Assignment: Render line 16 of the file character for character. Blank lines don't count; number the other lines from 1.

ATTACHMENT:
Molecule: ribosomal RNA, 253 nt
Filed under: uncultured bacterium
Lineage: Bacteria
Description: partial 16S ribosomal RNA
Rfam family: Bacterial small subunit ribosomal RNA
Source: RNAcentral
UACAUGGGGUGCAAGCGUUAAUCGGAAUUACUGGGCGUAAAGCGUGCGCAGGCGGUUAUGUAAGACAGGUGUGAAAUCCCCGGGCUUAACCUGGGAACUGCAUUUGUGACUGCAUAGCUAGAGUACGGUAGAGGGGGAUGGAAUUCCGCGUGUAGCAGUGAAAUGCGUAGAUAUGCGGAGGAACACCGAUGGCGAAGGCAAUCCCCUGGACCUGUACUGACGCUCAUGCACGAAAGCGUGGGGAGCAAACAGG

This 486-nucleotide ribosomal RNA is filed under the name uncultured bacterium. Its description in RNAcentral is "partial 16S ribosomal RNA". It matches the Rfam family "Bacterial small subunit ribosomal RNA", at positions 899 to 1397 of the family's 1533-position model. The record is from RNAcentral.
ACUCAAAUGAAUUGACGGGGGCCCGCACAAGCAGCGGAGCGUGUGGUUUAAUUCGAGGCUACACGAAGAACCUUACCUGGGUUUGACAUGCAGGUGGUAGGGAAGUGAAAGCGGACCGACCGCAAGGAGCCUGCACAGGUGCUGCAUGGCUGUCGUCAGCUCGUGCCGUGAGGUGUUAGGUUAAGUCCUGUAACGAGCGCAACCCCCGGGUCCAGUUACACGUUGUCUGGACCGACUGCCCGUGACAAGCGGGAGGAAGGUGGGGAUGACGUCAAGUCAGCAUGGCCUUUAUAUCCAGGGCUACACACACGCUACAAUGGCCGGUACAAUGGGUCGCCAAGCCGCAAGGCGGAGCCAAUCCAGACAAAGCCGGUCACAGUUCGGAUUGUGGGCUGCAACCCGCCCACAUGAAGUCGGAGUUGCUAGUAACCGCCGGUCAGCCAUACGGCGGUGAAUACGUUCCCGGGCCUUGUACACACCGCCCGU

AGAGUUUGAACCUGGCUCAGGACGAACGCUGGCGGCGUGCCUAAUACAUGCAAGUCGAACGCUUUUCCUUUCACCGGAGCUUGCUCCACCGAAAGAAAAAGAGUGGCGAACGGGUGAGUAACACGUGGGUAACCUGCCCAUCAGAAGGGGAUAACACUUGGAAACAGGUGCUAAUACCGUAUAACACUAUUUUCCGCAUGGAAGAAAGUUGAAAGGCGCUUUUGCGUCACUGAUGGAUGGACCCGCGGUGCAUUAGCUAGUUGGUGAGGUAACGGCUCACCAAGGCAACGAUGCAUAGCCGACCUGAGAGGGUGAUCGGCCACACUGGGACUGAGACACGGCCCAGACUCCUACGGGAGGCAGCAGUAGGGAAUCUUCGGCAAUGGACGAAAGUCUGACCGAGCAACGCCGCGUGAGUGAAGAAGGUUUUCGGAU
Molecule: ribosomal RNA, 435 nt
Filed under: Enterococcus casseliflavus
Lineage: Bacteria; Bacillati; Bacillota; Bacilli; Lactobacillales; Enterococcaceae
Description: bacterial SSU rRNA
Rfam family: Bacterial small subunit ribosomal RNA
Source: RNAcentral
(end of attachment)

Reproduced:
Source: RNAcentral